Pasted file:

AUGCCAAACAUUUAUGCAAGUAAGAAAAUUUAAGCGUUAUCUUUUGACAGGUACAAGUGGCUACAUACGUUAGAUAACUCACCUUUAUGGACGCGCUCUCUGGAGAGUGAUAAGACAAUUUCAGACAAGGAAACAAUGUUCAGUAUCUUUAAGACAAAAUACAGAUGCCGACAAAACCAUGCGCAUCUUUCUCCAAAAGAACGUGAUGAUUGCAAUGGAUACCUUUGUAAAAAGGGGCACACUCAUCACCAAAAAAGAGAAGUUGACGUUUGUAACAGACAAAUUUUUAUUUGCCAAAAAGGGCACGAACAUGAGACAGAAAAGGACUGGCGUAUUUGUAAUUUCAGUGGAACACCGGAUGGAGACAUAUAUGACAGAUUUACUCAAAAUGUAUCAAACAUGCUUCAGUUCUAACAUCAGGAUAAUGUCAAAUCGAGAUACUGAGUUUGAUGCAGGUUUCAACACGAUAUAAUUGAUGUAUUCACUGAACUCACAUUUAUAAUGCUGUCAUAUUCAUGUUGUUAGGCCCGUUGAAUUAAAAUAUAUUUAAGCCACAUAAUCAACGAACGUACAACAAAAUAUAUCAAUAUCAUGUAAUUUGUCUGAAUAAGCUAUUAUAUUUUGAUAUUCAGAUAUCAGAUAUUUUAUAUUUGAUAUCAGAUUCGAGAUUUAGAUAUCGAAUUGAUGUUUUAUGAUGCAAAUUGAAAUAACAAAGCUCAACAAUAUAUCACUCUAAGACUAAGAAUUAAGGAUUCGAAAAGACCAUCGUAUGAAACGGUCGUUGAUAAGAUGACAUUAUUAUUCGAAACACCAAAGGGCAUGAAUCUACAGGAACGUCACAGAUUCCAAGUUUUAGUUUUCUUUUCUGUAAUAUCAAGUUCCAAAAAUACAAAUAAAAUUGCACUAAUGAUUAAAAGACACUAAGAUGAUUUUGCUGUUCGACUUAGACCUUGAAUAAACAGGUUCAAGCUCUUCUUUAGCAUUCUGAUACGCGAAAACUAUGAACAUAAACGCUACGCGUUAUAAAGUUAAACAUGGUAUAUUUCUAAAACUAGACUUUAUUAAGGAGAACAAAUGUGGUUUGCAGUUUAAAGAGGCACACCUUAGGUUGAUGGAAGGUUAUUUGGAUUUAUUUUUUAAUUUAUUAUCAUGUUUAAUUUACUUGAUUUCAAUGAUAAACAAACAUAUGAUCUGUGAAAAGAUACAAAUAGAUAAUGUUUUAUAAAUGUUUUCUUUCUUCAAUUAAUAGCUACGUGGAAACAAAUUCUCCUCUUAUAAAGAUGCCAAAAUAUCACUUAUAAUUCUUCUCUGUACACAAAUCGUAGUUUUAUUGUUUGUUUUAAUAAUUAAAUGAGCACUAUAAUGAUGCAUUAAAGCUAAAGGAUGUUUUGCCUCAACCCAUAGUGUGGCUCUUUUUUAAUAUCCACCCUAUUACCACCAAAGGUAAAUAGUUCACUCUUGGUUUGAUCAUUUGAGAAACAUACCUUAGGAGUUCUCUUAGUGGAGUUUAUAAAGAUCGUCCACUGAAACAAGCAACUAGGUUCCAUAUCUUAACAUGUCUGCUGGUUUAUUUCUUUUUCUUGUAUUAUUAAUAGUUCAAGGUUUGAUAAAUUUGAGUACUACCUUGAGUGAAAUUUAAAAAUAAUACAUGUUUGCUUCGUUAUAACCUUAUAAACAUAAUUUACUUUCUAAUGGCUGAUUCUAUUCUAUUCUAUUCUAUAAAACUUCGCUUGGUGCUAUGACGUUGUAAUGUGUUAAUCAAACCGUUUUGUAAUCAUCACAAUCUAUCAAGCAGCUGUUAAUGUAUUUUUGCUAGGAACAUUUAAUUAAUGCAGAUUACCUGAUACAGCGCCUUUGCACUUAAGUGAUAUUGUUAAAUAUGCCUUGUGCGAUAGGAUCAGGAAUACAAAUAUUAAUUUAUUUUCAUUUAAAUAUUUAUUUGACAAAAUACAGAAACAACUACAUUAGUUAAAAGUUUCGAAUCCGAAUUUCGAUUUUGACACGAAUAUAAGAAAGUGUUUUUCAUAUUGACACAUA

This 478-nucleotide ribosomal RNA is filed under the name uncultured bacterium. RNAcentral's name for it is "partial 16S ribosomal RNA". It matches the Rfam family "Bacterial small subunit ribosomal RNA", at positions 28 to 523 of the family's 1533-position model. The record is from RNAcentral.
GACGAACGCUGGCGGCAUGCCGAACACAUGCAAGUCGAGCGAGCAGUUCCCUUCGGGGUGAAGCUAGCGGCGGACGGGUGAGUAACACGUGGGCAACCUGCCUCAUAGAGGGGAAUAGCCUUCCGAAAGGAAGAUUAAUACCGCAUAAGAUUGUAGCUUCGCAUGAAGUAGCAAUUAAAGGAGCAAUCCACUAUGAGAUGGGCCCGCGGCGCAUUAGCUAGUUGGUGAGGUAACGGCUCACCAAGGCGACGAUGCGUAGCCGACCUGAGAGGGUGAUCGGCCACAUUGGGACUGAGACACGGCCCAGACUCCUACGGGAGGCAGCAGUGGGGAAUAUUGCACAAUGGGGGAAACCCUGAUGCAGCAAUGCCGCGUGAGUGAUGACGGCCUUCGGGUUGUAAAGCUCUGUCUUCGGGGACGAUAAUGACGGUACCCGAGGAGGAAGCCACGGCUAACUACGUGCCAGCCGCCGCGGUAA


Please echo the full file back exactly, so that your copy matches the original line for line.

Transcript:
AUGCCAAACAUUUAUGCAAGUAAGAAAAUUUAAGCGUUAUCUUUUGACAGGUACAAGUGGCUACAUACGUUAGAUAACUCACCUUUAUGGACGCGCUCUCUGGAGAGUGAUAAGACAAUUUCAGACAAGGAAACAAUGUUCAGUAUCUUUAAGACAAAAUACAGAUGCCGACAAAACCAUGCGCAUCUUUCUCCAAAAGAACGUGAUGAUUGCAAUGGAUACCUUUGUAAAAAGGGGCACACUCAUCACCAAAAAAGAGAAGUUGACGUUUGUAACAGACAAAUUUUUAUUUGCCAAAAAGGGCACGAACAUGAGACAGAAAAGGACUGGCGUAUUUGUAAUUUCAGUGGAACACCGGAUGGAGACAUAUAUGACAGAUUUACUCAAAAUGUAUCAAACAUGCUUCAGUUCUAACAUCAGGAUAAUGUCAAAUCGAGAUACUGAGUUUGAUGCAGGUUUCAACACGAUAUAAUUGAUGUAUUCACUGAACUCACAUUUAUAAUGCUGUCAUAUUCAUGUUGUUAGGCCCGUUGAAUUAAAAUAUAUUUAAGCCACAUAAUCAACGAACGUACAACAAAAUAUAUCAAUAUCAUGUAAUUUGUCUGAAUAAGCUAUUAUAUUUUGAUAUUCAGAUAUCAGAUAUUUUAUAUUUGAUAUCAGAUUCGAGAUUUAGAUAUCGAAUUGAUGUUUUAUGAUGCAAAUUGAAAUAACAAAGCUCAACAAUAUAUCACUCUAAGACUAAGAAUUAAGGAUUCGAAAAGACCAUCGUAUGAAACGGUCGUUGAUAAGAUGACAUUAUUAUUCGAAACACCAAAGGGCAUGAAUCUACAGGAACGUCACAGAUUCCAAGUUUUAGUUUUCUUUUCUGUAAUAUCAAGUUCCAAAAAUACAAAUAAAAUUGCACUAAUGAUUAAAAGACACUAAGAUGAUUUUGCUGUUCGACUUAGACCUUGAAUAAACAGGUUCAAGCUCUUCUUUAGCAUUCUGAUACGCGAAAACUAUGAACAUAAACGCUACGCGUUAUAAAGUUAAACAUGGUAUAUUUCUAAAACUAGACUUUAUUAAGGAGAACAAAUGUGGUUUGCAGUUUAAAGAGGCACACCUUAGGUUGAUGGAAGGUUAUUUGGAUUUAUUUUUUAAUUUAUUAUCAUGUUUAAUUUACUUGAUUUCAAUGAUAAACAAACAUAUGAUCUGUGAAAAGAUACAAAUAGAUAAUGUUUUAUAAAUGUUUUCUUUCUUCAAUUAAUAGCUACGUGGAAACAAAUUCUCCUCUUAUAAAGAUGCCAAAAUAUCACUUAUAAUUCUUCUCUGUACACAAAUCGUAGUUUUAUUGUUUGUUUUAAUAAUUAAAUGAGCACUAUAAUGAUGCAUUAAAGCUAAAGGAUGUUUUGCCUCAACCCAUAGUGUGGCUCUUUUUUAAUAUCCACCCUAUUACCACCAAAGGUAAAUAGUUCACUCUUGGUUUGAUCAUUUGAGAAACAUACCUUAGGAGUUCUCUUAGUGGAGUUUAUAAAGAUCGUCCACUGAAACAAGCAACUAGGUUCCAUAUCUUAACAUGUCUGCUGGUUUAUUUCUUUUUCUUGUAUUAUUAAUAGUUCAAGGUUUGAUAAAUUUGAGUACUACCUUGAGUGAAAUUUAAAAAUAAUACAUGUUUGCUUCGUUAUAACCUUAUAAACAUAAUUUACUUUCUAAUGGCUGAUUCUAUUCUAUUCUAUUCUAUAAAACUUCGCUUGGUGCUAUGACGUUGUAAUGUGUUAAUCAAACCGUUUUGUAAUCAUCACAAUCUAUCAAGCAGCUGUUAAUGUAUUUUUGCUAGGAACAUUUAAUUAAUGCAGAUUACCUGAUACAGCGCCUUUGCACUUAAGUGAUAUUGUUAAAUAUGCCUUGUGCGAUAGGAUCAGGAAUACAAAUAUUAAUUUAUUUUCAUUUAAAUAUUUAUUUGACAAAAUACAGAAACAACUACAUUAGUUAAAAGUUUCGAAUCCGAAUUUCGAUUUUGACACGAAUAUAAGAAAGUGUUUUUCAUAUUGACACAUA

This 478-nucleotide ribosomal RNA is filed under the name uncultured bacterium. RNAcentral's name for it is "partial 16S ribosomal RNA". It matches the Rfam family "Bacterial small subunit ribosomal RNA", at positions 28 to 523 of the family's 1533-position model. The record is from RNAcentral.
GACGAACGCUGGCGGCAUGCCGAACACAUGCAAGUCGAGCGAGCAGUUCCCUUCGGGGUGAAGCUAGCGGCGGACGGGUGAGUAACACGUGGGCAACCUGCCUCAUAGAGGGGAAUAGCCUUCCGAAAGGAAGAUUAAUACCGCAUAAGAUUGUAGCUUCGCAUGAAGUAGCAAUUAAAGGAGCAAUCCACUAUGAGAUGGGCCCGCGGCGCAUUAGCUAGUUGGUGAGGUAACGGCUCACCAAGGCGACGAUGCGUAGCCGACCUGAGAGGGUGAUCGGCCACAUUGGGACUGAGACACGGCCCAGACUCCUACGGGAGGCAGCAGUGGGGAAUAUUGCACAAUGGGGGAAACCCUGAUGCAGCAAUGCCGCGUGAGUGAUGACGGCCUUCGGGUUGUAAAGCUCUGUCUUCGGGGACGAUAAUGACGGUACCCGAGGAGGAAGCCACGGCUAACUACGUGCCAGCCGCCGCGGUAA